“Any problem in computer science can be solved with another layer of indirection. But that usually will create another problem.” —David Wheeler or Butler Lampson, depending on whom you ask
I’ve seen a fair amount of press about Virtualization over the past year or so. For servers, I think it makes some sense: it would certainly be convenient to have root access to a virtual server on my shared web host instead of a limited user account. But when people talk about virtualization on the desktop, I wonder: is this going to far? I already believe that most of the exponential increases in hardware capacity have been eaten up by abstractions created for the benefit of programmers. This is not necessarily a bad thing, as it gives us more sophisticated software. But it also means that each new computer I buy feels slower than the last one.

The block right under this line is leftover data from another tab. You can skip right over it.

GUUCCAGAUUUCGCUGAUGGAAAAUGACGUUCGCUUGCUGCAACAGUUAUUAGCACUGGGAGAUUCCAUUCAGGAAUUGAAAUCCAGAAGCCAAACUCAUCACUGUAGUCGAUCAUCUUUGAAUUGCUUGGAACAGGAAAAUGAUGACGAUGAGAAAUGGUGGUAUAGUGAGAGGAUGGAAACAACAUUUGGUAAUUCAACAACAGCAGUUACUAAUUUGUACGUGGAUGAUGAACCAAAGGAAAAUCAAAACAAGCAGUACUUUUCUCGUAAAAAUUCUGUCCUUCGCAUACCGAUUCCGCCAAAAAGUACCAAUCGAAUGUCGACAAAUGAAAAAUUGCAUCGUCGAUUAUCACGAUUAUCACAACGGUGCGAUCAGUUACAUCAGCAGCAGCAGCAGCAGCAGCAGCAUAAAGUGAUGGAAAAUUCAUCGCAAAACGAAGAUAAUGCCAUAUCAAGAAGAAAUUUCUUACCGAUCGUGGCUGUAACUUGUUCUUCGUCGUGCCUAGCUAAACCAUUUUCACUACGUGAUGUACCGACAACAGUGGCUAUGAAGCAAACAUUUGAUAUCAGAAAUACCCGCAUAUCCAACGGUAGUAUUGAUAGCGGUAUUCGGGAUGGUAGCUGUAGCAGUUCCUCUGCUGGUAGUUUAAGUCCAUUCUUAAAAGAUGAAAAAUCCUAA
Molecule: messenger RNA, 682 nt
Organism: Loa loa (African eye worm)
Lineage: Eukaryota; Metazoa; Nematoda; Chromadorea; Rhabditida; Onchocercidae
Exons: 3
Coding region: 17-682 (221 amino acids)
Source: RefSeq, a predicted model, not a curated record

How many levels of abstraction are too many? When you have an interpreted programming language built with dynamic libraries running on a virtual machine on a virtual server, a simple “+” instruction might go through six different transformations before it hits the processor. Is this a good thing?